Digging for victory
Most people take it for granted that whenever they need food they can simply go to the local supermarket and collect what they want but recent comments from the Department for Environment Food and Rural Areas (DEFRA) suggest that may not always be the case.
Speaking at a press conference last week Agriculture Minister David Heath said: ‘Once we used to dig for victory. There may come a time soon when we need to dig for survival.’
Terrible weather such as the UK experienced in 2012, combined with a heavy reliance on imported food, resulted in crop shortages and increased food prices for customers.
Bad weather is also causing problems internationally.
According to the UN, international grain reserves are at an all-time low thanks to unpredictable weather in 2012 and another bad harvest would mean rising food prices and worldwide food shortages.
In this global context it seems that the future may hold a lot of muddy knees and green fingers for Portsmouth residents as they dig for victory.
With this in mind what options are available for Portsmouth residents who want to grow their own food?
Growing in your own Garden, Richard Stepien, Emsworth
Richard, 58, and his wife Dwyn, 56, have always enjoyed keeping animals and growing their own food so when it came time to move house they wanted a home with space to grow.
‘We have about 200 square meters of space and are probably going to devote about half of that to growing,’ said Richard.
‘The soil has too much clay for carrots but we plan to grow potatoes, onions, French beans and garlic and we’re going to try cabbages, leeks and parsnips this time.
‘We are also going to grow fruit, apples pears and gooseberries, and chickens which will give us more than enough eggs for our needs so we’ll be giving some away.’
Richard has already experienced what it is like not to be able to get food from the supermarket: ‘In the bad snow a couple of years back there was nothing in the shops but we had bags of potatoes and chickens,’ he said.
For Richard, growing food is about more than just having enough to eat:
‘It is a challenge making things grow, understanding the plants and all the physical work required to keep the plants in good shape, but it’s worth it.
‘Of course it’s cost effective and it’s nice to eat your own food but it but it also makes me feel at one with nature, with the birds and the insects and growing food lets me share with family and friends.
’The earth is overstretched and very fragile. It only takes a bad winter and the price of potatoes doubles.
‘Growing my own food gives me control, it means I can be resourceful and self sufficient, I can give something instead of just taking,’ said Richard.
Fast Facts: Grow in your own Garden
– Vegetables grown on your own land means no long trips to an allotment and freedom to choose what you grow.
– Can grow a lot of foods you eat at home but requires a big amount of space.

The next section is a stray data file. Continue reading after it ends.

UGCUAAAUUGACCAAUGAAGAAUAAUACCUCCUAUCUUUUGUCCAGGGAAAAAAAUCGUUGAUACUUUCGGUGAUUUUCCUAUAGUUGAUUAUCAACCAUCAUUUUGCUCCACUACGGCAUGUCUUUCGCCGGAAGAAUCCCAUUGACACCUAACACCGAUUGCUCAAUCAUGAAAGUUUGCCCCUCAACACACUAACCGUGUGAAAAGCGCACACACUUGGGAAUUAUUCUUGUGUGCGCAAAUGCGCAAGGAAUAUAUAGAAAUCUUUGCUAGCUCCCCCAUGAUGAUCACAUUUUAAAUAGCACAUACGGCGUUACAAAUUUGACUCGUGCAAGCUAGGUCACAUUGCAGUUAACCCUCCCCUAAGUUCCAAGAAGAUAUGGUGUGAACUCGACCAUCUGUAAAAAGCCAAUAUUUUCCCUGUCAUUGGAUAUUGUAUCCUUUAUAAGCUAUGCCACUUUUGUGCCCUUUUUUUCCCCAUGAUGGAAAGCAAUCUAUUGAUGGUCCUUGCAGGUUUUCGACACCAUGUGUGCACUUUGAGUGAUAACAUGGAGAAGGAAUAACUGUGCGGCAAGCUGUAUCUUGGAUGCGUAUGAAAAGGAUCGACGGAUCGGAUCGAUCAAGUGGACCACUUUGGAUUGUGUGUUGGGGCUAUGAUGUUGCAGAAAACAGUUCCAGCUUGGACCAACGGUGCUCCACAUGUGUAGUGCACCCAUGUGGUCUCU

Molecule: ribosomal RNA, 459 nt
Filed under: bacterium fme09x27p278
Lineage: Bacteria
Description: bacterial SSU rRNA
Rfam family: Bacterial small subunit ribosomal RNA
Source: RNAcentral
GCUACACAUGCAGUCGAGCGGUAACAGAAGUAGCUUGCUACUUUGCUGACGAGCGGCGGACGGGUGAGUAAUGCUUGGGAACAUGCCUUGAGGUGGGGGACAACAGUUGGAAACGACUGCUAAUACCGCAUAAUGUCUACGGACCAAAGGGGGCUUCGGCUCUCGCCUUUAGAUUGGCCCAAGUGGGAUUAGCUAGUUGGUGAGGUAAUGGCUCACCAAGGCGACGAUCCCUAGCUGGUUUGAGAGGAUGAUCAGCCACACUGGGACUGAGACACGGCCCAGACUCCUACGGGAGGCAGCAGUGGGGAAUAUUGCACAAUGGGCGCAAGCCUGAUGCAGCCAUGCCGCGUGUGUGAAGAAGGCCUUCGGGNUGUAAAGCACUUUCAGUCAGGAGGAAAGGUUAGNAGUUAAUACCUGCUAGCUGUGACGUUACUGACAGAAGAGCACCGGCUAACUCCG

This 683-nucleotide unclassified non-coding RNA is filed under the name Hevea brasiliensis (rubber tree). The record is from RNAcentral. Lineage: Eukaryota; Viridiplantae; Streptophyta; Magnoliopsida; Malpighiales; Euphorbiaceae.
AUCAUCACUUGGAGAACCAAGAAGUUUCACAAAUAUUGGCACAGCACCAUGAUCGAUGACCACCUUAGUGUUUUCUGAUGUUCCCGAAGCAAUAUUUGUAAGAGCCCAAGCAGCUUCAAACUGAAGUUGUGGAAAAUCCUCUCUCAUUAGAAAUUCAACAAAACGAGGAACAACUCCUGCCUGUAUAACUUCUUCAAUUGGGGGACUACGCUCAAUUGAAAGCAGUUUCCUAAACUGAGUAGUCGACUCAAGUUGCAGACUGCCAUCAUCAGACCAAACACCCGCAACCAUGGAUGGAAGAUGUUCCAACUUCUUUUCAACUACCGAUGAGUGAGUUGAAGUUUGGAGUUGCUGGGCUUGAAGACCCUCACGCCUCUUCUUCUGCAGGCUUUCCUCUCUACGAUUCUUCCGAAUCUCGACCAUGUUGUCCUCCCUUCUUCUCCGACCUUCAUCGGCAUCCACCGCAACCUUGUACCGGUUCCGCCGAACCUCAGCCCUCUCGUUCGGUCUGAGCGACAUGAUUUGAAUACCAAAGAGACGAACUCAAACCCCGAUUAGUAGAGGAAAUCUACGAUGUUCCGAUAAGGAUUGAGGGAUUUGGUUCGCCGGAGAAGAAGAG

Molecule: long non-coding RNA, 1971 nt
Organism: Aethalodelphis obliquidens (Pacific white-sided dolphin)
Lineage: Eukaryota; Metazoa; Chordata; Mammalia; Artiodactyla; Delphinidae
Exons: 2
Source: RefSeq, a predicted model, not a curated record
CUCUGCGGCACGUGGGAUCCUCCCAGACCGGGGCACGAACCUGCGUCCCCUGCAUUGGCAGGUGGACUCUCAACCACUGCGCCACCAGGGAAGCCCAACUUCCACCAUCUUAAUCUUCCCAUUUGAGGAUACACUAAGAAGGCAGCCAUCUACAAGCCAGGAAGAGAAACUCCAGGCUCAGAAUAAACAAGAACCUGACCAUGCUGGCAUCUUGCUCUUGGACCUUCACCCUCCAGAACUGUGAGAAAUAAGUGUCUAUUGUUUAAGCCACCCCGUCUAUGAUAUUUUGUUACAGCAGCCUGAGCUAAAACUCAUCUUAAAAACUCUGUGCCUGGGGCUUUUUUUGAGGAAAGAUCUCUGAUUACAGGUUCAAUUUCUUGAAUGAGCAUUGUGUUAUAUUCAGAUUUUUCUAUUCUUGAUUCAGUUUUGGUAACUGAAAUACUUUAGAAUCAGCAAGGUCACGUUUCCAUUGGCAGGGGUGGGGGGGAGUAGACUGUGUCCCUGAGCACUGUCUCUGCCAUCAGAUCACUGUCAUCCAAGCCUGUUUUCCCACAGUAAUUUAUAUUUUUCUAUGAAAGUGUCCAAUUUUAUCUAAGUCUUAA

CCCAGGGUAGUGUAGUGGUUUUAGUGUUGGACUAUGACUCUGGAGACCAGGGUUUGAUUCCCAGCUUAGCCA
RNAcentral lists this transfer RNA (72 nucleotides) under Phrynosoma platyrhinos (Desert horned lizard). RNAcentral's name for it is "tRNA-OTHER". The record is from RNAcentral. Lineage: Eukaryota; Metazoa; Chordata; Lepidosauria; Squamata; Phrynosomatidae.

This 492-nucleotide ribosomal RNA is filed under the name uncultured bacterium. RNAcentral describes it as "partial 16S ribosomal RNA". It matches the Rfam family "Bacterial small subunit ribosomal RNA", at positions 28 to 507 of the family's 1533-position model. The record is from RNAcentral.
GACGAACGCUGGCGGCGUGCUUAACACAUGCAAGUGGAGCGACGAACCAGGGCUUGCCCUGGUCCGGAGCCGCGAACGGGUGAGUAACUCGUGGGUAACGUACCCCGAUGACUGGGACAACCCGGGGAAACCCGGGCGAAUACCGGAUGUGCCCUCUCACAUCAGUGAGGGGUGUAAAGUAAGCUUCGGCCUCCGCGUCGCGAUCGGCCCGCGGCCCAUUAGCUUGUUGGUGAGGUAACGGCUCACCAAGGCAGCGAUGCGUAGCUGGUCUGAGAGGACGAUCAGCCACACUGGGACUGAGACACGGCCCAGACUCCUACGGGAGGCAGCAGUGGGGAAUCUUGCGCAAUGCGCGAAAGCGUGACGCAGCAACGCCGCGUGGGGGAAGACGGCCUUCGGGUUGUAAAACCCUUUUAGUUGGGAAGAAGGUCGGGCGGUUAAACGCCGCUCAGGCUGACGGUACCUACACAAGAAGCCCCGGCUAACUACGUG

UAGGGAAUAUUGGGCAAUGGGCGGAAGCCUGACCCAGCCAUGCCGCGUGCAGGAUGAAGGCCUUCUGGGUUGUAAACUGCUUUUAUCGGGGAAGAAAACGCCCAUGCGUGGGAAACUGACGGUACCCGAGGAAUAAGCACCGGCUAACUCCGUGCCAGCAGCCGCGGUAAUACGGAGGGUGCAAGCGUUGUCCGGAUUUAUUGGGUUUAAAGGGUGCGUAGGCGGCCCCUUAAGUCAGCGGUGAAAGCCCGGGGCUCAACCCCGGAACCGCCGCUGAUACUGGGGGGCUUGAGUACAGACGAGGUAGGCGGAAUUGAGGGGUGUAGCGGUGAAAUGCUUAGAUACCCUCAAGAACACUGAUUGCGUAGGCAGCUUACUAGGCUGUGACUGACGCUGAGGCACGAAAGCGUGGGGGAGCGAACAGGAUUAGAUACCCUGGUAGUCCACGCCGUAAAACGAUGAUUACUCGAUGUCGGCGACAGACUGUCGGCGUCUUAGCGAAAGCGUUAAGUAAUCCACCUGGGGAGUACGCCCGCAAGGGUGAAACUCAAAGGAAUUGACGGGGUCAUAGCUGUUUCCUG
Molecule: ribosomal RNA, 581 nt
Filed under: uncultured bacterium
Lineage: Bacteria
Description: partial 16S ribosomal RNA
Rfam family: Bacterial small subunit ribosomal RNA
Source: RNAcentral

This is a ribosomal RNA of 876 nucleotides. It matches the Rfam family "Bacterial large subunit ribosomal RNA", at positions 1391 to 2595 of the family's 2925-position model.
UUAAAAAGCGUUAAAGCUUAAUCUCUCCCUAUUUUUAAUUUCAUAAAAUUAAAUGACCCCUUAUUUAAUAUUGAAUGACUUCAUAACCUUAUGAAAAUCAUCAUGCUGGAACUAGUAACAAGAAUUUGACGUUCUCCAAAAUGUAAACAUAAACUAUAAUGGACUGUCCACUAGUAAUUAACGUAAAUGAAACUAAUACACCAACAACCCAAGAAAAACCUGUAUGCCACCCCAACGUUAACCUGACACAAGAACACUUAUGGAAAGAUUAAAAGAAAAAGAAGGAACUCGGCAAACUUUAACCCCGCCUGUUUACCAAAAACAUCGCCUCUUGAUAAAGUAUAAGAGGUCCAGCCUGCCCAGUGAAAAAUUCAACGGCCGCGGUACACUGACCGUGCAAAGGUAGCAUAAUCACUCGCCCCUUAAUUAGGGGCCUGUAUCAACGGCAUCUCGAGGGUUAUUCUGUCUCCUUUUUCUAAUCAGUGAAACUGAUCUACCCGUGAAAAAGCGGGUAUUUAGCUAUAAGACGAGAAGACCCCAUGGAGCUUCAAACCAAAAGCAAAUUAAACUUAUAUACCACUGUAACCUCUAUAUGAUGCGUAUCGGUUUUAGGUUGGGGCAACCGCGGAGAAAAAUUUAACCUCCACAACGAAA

– Possible to grow a range of food in smaller planters or pots, though not the same variety as you have from a big garden.
For gardening resources go to: www.healthypompey.com/growing
Growing in an allotment, Rosie Penlington and Tim Sheppard, Southsea
Rosie, 27, and Tim, 35, have been renting an allotment in Portchester for 3 years and grow everything from raspberries and strawberries to potatoes and squash.
‘It’s nice to have an outdoor hobby, it puts you in touch with nature. Working in an office I am quite sheltered, but being outside puts you in touch with the seasons and Tim likes the wildlife,’ said Rosie.
‘We grow food to supplement our diet but there is one family at our allotment that get pretty much all of their veg from there,’ she added.
Tim said: ‘I don’t think you could fully sustain yourself from an allotment unless people worked together all growing different types of food.
‘Having an allotment is a good way to keep active, but I’ve got a bad back at the moment and if you miss a couple of weeks it can be hard to maintain,’ added Tim.
Rosie agrees: ‘You have to go at least once or twice a week in the Spring and you don’t always feel like going up there. It’s a big commitment to run an allotment but you get out what you put in.’
Fast Facts: Allotments
Section of land rented from the council.
– 1,673 allotment plots in Portsmouth starting at £21 a year.
– Waiting list for Portsmouth allotments of more than 650 people (up to three and a half years).
– Can mean long trips to the allotment and there are no plans to expand the scheme at present
For more information visit: www.portsmouth.gov.uk/living/8583.html
Community Gardening – Nigel Huggins, Southsea
Nigel Huggins is co-founder of the Southsea Greenhouse Project, a community garden set up on reclaimed wasteland rented from the council.
‘At the end of world war two about 10 percent of food grown in this country was grown in gardens,’ said Nigel.
‘Community gardening fills a need for people without gardens, we welcome volunteers of any age, some come for a couple of hours and some come everyday.
‘The beauty of community gardening is meeting such a wide variety of people and exchanging ideas and information with them.’
‘This project has inspired others to start across the city. It’s not hard to find derelict land in the city and a community garden is one of the best ways to make use of that space,’ said Nigel.
Fast Facts: Community Gardening
Shared space where people can grow food together.
– Great community spirit and plenty of people with experience to help new gardeners. Ideal for people without gardens or experience of growing their own food.
-No set amount of produce that you receive for the time you spend helping.
For more information visit: www.southseagreenhouse.co.uk/community-garden/